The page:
This painting was created for the Southern Railway publicity department as a possible poster design. In 1944 the artist was commissioned by the London, Midland and Scottish Railway to create several works that would be used in travel posters for Ireland and the United Kingdom. As well as Hampshire Hubbard created works depicting Padstow, New Forest, Exmoor, Dorchester and Dartmoor.
Hubbard has conveyed the sentiments of the Hampshire landscape through gently rolling hills dotted with deciduous trees and a winding river. The scene shows a small hamlet with slate and thatched roofs. The inhabitants of these building seem hard at work and can be seen digging in the vegetable patches, refilling the barns and attending to the bees in their hives. Hubbard’s use of flat colour, choice of subject and treatment of the landscape lend a sense of everyday familiarity to the composition.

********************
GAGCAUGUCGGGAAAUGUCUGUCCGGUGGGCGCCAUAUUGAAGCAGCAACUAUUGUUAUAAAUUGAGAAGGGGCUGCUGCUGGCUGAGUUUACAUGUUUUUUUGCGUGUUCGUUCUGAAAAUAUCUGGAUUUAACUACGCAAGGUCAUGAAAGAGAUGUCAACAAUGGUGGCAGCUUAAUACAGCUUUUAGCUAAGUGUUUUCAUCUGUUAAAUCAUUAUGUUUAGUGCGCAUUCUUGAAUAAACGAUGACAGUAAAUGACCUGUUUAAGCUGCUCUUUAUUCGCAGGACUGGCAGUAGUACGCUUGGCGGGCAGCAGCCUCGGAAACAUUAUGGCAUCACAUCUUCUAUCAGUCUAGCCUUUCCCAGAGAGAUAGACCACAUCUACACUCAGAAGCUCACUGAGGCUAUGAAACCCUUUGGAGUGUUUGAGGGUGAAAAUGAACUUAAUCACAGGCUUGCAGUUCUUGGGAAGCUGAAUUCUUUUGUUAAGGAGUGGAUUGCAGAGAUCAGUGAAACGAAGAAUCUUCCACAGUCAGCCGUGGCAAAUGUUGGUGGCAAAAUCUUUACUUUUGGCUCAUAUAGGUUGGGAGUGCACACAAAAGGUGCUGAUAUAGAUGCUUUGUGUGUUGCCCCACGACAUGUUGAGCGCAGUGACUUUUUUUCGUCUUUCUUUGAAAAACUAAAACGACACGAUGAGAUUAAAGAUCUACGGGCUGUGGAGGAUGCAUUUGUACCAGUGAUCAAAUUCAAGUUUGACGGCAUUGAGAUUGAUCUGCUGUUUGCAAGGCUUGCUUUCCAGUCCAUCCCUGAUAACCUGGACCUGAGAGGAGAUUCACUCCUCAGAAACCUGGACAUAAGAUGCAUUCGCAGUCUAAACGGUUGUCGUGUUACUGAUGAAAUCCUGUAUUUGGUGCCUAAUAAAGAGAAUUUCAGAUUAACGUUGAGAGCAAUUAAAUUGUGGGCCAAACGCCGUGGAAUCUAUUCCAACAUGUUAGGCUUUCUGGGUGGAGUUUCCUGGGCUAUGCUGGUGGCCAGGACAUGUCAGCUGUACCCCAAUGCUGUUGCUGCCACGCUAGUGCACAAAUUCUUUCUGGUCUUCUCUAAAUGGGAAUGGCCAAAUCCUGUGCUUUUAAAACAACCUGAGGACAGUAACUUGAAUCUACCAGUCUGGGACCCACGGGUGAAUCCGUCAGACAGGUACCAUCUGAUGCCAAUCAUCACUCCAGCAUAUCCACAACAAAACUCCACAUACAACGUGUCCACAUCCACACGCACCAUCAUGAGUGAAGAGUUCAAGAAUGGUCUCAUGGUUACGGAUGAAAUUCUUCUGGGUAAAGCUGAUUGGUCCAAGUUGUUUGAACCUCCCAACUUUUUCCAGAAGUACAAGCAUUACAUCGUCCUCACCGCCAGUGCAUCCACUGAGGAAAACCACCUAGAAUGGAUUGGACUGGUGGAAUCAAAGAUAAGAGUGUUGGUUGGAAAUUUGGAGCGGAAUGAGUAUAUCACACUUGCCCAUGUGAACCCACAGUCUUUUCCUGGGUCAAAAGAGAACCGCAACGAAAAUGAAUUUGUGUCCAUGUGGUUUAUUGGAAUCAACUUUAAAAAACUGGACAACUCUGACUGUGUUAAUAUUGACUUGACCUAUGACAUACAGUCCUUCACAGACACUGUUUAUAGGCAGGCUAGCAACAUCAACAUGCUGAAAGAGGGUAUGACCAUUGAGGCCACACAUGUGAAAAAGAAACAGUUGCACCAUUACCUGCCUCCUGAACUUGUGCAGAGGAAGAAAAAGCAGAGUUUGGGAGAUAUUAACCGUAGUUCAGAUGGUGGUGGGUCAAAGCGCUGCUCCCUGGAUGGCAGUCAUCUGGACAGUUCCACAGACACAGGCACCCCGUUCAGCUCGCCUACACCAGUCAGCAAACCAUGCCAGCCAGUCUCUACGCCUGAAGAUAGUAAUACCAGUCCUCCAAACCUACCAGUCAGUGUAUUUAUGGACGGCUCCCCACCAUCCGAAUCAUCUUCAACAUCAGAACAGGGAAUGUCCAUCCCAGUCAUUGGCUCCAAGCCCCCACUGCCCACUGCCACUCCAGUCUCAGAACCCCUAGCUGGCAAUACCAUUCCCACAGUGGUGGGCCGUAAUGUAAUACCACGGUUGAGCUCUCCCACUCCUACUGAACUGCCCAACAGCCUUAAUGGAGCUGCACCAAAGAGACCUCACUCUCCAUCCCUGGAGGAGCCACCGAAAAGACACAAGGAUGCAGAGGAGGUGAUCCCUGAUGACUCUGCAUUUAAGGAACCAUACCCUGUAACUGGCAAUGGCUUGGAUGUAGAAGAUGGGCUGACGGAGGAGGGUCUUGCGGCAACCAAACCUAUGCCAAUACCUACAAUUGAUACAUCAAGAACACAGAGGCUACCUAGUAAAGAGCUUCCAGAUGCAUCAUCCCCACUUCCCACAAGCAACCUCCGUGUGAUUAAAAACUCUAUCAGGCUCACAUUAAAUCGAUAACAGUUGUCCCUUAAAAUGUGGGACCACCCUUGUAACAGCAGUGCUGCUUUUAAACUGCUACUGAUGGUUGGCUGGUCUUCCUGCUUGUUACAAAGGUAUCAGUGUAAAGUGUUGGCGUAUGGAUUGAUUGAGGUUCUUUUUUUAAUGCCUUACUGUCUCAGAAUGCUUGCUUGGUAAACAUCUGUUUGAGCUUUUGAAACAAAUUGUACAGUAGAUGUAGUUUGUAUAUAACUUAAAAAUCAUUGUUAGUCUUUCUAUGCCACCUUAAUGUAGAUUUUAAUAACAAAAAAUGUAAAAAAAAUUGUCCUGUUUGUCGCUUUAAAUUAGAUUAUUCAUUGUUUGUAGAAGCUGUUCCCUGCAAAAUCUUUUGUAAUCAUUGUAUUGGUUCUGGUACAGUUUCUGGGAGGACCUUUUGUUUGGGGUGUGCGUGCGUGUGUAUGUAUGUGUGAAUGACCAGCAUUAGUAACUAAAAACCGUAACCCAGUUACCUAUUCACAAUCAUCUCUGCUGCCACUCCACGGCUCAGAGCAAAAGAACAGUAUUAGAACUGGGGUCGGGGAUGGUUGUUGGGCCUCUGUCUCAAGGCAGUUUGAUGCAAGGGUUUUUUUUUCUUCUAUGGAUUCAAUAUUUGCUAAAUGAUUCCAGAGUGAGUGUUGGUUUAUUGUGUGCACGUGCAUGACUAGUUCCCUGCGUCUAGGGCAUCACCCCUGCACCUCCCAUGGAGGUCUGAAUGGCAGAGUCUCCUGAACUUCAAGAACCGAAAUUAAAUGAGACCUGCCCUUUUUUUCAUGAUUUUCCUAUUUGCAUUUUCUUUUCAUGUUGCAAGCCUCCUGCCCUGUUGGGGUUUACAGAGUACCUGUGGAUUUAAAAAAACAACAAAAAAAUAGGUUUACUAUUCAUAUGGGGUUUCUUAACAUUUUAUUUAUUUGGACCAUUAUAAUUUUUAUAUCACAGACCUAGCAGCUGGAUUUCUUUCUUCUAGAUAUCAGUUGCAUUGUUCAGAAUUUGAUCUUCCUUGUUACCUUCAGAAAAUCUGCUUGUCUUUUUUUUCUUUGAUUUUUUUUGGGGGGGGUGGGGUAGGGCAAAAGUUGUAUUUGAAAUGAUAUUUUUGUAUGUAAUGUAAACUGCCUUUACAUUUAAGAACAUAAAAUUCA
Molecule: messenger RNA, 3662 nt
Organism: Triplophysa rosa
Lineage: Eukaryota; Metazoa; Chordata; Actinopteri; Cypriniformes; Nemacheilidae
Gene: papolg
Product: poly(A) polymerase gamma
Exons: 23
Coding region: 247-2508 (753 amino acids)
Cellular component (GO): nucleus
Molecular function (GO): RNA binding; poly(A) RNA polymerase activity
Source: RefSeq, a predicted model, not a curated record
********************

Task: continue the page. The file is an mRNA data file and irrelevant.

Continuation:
Hubbard was a painter, printmaker, furniture designer, writer and lecturer. He studied at Heatherley’s School of Fine Art, Croydon School of Art and Chelsea Polytechnic.
Hubbard was the founder and director of The Forest Press; for a time master of the Art Worker’ Guild and the author of over a dozen books including ‘A Hundred Years of British Painting 1851-1951′.
He was a member of many societies connected with painting and printmaking in Britain and overseas and was the President of the Royal Society of British Artists.
One of the artist’s main aims was to make art accessible to ordinary people.